This month’s “C” word is COMPREHENSION, which, in the “C” You In The Major Leagues vernacular includes someone who applies instruction, has a strong aptitude, makes adjustments at appropriate times, and has the ability to adjust quickly. When thinking about that definition in regards to baseball, many players and instances come to mind. There are in-game moments, when a batter hits to the opposite field and beats the shift, for instance. Then there are those moments when a pitcher understands the batter so well — and trusts his catcher so much — that he’ll make a completely unexpected pitch in an unexpected moment. One great battery that fit COMPREHENSION was pitcher Jeff Montgomery and catcher Mike Macfarlane.
Jeff Montgomery was a unique closer. He wasn’t a blow-by-hitters pitcher; more to the point, he was a four-pitch closer. And he could throw any of those four pitches at any time in the count to any batter. Catcher Mike Macfarlane, who caught more of Monty’s innings than any other catcher, had incredible confidence in Montgomery.
One of those COMPREHENSION moments came against Boston at Fenway. The Royals led by a run, but the Red Sox had the bases loaded with two outs in the bottom of the ninth. Boston’s Mo Vaughn was at the plate with a full count. As Monty says from a pitcher’s standpoint, “That’s a perfect situation for someone like Vaughn.” Macfarlane called for a change-up. Now, keep in mind, out of Monty’s four pitches, although he could throw any at any time, the change-up was his hardest pitch to control. And do you really want to throw a 3-2 change-up to Vaughn?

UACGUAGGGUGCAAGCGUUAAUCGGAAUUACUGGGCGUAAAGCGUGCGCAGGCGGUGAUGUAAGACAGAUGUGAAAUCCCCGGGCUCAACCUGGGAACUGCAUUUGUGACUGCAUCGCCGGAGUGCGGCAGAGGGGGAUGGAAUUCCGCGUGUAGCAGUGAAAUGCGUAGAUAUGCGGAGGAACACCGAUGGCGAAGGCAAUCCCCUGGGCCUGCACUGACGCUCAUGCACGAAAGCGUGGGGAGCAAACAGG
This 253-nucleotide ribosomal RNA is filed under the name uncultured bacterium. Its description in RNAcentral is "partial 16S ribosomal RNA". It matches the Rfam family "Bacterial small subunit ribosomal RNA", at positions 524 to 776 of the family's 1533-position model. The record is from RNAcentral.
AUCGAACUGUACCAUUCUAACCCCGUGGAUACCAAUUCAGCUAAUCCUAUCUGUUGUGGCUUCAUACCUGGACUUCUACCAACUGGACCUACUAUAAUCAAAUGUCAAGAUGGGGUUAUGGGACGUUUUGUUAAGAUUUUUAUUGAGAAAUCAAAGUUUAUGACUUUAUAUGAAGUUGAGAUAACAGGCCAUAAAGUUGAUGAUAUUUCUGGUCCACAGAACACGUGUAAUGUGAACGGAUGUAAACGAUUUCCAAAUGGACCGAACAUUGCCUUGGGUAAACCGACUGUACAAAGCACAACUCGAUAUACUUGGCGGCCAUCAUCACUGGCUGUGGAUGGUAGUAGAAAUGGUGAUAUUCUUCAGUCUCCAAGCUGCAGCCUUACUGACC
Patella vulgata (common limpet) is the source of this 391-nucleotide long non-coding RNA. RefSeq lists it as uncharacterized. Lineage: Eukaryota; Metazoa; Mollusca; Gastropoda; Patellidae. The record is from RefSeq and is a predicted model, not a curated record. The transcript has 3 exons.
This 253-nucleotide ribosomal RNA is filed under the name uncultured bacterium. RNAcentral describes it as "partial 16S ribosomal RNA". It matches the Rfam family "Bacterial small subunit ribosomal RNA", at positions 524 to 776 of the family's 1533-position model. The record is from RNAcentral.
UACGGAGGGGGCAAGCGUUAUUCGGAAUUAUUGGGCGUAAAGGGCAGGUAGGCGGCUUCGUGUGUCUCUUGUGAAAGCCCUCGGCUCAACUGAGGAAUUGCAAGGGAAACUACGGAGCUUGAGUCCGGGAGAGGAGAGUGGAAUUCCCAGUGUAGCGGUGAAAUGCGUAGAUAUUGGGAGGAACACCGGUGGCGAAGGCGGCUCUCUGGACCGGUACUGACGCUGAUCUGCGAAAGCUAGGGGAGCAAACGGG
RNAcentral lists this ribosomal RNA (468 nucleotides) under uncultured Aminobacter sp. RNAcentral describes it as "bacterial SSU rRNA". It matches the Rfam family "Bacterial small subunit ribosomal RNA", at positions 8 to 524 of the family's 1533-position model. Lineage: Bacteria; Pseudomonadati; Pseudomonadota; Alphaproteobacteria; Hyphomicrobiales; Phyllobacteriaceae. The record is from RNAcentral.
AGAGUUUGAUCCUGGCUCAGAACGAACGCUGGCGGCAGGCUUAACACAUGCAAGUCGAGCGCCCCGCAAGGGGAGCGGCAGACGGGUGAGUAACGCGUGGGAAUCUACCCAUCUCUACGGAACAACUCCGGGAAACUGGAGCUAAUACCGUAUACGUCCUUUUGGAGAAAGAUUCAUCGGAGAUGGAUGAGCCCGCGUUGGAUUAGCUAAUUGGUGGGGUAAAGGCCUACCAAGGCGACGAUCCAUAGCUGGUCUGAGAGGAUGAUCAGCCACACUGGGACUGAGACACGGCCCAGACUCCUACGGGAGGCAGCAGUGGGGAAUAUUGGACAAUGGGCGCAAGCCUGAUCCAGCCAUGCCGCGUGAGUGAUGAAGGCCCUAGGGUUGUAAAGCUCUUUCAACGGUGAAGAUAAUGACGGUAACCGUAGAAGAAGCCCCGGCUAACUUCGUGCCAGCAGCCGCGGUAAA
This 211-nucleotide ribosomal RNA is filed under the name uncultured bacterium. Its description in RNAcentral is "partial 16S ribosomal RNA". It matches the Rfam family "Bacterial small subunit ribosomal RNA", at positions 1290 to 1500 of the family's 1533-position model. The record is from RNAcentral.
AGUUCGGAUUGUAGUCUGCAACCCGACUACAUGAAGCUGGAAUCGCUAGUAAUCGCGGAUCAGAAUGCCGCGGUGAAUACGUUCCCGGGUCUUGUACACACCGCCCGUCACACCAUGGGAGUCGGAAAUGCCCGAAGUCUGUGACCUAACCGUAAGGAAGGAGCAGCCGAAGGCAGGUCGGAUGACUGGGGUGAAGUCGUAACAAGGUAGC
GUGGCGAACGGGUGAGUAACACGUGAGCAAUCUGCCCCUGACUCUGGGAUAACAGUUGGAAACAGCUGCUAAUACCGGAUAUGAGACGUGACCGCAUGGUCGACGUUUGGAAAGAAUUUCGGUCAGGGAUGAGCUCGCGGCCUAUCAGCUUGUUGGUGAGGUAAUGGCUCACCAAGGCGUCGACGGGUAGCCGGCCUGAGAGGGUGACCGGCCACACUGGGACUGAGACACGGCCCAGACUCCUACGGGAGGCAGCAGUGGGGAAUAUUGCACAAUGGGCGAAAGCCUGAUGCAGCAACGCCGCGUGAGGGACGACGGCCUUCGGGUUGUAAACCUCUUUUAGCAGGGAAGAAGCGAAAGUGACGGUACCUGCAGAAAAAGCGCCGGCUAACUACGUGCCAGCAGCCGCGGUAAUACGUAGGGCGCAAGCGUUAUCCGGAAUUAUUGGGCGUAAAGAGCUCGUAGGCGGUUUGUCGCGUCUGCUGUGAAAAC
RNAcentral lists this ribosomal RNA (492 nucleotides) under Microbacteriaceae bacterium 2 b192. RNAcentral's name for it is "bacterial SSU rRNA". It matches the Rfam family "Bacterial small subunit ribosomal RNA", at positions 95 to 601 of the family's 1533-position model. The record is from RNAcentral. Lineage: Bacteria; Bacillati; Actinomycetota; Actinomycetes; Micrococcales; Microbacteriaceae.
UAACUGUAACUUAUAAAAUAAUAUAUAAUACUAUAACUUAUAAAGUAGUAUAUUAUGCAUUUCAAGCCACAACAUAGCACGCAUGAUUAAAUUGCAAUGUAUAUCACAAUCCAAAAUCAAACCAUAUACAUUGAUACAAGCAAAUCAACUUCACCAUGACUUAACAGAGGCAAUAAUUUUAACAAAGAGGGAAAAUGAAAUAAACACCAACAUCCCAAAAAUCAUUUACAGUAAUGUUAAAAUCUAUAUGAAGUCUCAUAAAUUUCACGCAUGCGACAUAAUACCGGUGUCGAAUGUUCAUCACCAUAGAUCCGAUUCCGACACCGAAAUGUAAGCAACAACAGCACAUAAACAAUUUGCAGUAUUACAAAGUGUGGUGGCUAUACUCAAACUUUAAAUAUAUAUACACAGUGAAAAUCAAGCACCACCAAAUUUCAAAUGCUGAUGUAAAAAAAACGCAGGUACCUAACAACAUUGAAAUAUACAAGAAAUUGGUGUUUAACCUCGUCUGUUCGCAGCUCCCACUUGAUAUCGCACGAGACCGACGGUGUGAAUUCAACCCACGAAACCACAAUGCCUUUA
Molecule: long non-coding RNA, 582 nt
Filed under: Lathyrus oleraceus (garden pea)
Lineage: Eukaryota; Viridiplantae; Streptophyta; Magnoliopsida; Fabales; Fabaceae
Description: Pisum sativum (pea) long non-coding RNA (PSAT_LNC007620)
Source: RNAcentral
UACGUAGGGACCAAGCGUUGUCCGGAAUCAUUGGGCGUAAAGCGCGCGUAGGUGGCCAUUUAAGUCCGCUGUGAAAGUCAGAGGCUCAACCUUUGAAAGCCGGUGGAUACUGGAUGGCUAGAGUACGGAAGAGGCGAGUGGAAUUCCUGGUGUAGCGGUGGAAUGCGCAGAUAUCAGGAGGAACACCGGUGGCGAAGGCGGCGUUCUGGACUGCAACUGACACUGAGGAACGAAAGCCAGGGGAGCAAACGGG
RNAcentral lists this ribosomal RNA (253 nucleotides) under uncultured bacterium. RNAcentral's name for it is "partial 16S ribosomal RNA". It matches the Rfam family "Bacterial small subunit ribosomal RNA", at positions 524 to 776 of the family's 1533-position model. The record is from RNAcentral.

“That would’ve been the fourth pitch in my mind that I would’ve thrown at that time,” Monty said, “but when Mac put down the sign, I thought, You know, that’s the right pitch.”
Sure enough, Vaughn struck out. Well, not only did he strike out, but he was so far in front of the pitch that at the end of his swing, his bat flew over the first-base dugout. Game over.
There was another time when COMPREHENSION came into play with Monty (and Macfarlane). And remember how Monty was a four-pitch pitcher? Well, add a fifth pitch. At least for one pitch.
The Royals were playing the Blue Jays when Monty came in for the eighth inning. (That’s in an era when closers threw two or three innings typically.)
“As Mac and I were looking at the upcoming hitters before the inning, we noticed that one was John Olerud, who was a tough out for me,” said Montgomery. To that point, Olerud hit .368 against Monty during his career, “although it felt like .768.”
“Mac asked me how I wanted to face Olerud,” Montgomery continued. “I told him I had no idea.”
Of course, Macfarlane had an idea.
“Let’s try a knuckleball,” he said to Montgomery, who’d messed around with one, like a lot of baseball players do, but he’d never actually thrown one in a game.
“After thinking about it for a second I said, ‘If we get two strikes, don’t even put a sign down and I’ll throw a knuckleball,’” Montgomery said.
Sure enough, Olerud got down in the count quickly, 0-2, after lining two rockets foul.
“I debuted the knuckleball on the next pitch and it froze him,” said Montgomery. “Strike three. Olerud was as stunned as I was that I’d thrown a knuckleball. To the best of my memory, that’s the only time I threw a knuckleball in a game.”
What do you need to do as a leader or as a co-worker, or a member of your family, to fit the definition of COMPREHENSION? And do you have complete trust in those around you that you can make quick adjustments to be successful?